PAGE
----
So, presuming you have some great clues about how to figure out your own memory-sorting & storage methods, now we need to know more about how facts and memories are recalled and accessed.

Memory-Recall questions, for ourselves

Chances are, you're amongst the majority of people who use the same memory-recall sorting methods that we use to store our own facts and memories.

Most of us are fortunate, in that IF we use time to organize our memories, then to remember things both consciously and unconsciously, we tend to ask ourselves time-based questions. If we use places as our primary sorting method for storing memories, we think first about places, to access further information we memorized when we were living in or visiting those places. Another way of saying this is that our storage and recall methods are congruent. We use the same circuits, for input, and output! This is very important, and useful.

If you're not one of those people... then you may have difficulty remembering many, many, many things - even things you want to remember for your own purposes. Such a person will (not may, WILL) benefit massively from getting some private coaching from someone who understands all these issues and can help them to develop new long-term memory skills and techniques.

By contrast, if a stroll down memory lane is an easy frequent activity for you, and you can often remember addresses, telephone numbers, birthdays, names, etc., then you can rest easy that you probably don't have anything to worry about in terms of your own memory management.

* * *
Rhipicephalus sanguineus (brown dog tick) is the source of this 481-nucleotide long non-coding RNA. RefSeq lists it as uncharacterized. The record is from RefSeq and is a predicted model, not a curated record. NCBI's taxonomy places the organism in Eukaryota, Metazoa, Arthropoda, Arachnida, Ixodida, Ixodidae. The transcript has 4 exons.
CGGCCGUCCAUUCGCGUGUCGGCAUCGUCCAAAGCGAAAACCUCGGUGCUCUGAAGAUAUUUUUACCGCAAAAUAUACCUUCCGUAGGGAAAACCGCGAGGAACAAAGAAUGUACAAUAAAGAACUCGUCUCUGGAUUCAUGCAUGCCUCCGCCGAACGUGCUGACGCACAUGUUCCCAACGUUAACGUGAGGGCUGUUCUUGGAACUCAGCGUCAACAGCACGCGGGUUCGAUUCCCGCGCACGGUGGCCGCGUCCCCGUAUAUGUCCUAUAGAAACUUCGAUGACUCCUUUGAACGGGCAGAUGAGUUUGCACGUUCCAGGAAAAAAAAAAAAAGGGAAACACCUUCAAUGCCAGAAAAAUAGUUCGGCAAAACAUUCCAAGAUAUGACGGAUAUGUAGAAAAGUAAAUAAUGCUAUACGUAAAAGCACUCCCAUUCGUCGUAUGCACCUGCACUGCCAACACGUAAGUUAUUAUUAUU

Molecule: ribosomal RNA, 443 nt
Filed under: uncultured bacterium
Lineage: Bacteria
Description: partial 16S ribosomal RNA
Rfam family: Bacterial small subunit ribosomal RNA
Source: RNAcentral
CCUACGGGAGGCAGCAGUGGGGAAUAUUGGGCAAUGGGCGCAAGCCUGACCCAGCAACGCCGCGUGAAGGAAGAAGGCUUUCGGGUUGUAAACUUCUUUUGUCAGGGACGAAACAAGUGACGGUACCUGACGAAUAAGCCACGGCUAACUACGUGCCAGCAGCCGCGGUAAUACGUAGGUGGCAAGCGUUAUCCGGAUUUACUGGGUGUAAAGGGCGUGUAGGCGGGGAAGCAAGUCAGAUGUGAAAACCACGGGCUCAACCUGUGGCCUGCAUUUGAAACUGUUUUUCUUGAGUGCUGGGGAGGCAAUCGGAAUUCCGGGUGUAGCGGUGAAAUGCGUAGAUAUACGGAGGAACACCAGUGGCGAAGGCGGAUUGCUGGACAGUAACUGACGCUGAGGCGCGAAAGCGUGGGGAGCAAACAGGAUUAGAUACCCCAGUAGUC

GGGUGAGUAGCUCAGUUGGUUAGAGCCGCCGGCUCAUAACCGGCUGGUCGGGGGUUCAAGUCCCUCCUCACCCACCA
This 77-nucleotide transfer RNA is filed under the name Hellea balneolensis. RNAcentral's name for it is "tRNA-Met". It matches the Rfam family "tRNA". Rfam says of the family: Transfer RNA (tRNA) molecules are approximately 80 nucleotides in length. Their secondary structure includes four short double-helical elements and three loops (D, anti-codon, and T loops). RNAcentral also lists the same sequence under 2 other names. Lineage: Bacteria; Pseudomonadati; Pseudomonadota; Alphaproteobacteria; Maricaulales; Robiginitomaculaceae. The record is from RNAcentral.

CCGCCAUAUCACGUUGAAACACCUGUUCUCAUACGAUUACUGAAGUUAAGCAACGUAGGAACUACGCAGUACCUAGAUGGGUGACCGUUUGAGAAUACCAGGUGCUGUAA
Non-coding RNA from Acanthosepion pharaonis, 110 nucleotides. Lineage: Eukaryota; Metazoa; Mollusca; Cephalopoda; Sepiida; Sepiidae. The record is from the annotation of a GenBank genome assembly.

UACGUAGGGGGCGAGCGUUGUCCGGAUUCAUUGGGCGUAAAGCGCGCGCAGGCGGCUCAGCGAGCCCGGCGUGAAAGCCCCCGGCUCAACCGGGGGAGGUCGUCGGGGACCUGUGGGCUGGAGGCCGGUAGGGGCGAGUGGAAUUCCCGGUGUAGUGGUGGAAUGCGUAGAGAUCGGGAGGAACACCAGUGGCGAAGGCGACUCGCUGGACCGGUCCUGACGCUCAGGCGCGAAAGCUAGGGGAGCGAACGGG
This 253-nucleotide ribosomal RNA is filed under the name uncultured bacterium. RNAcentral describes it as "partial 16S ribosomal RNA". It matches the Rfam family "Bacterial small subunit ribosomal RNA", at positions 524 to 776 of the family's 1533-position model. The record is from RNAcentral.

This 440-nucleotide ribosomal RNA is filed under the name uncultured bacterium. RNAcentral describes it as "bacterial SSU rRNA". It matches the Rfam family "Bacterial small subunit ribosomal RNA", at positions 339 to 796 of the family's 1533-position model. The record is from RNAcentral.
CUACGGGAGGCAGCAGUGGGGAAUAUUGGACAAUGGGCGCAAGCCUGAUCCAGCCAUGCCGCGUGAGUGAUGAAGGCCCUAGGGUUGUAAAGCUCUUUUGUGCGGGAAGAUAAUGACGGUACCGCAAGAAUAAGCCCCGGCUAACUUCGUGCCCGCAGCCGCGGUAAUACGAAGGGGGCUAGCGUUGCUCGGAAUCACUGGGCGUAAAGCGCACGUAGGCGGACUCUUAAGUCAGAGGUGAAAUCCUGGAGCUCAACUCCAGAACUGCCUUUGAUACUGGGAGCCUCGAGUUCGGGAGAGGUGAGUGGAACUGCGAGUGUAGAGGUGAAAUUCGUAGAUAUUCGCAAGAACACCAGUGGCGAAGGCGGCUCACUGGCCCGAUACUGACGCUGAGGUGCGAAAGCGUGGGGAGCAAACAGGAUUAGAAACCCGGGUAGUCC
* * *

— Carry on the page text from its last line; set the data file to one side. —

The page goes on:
Memory-Recall Questions asked by Others of Us:

Have you ever heard an NLP Trainer ask "Think of a time when you felt Powerful!" ? If so, did it ever not work for you? No matter how hard you tried, was it impossible to access a matching memory?

We've seen and heard this result happen time & time again -- in online chatrooms, and during breaks at courses we deliver, when people sometimes complain about other trainers' courses.

If someone asks you a question that attempts to get you to recall a memory, and you aren't able to recall such a memory, all it potentially means is that (a) you don't have such a memory - which is ridiculous if the question is similar to "have you ever felt powerful before," or (b) the questioner asked a question using a sorting method that doesn't match your memory-storage preferences.

Once in a while, a person presumes erroneously that it's their own fault. Perhaps they even conclude that there's something wrong with them, or their brain... or possibly that NLP doesn't actually work. None of these conclusions are remotely close to the truth.

If you store your memories by time and someone asks you to think of a time when you felt powerful, then unless you've felt weak all of your entire life, you WILL be able to follow their instruction, relatively quickly. Count on it.

If you sort through and remember your memories using places (as a primary organizing index) and someone asks you to "think of a time when you felt powerful," you might not be able to answer quickly or at all. The memory... which will still be buried in your mind through 'pointers' like what city you were in where (not when) you last felt that emotion... is not easily accessible through a time-sort. They would have to ask you "Think of a place where you felt powerful" and the memory would be rapidly available.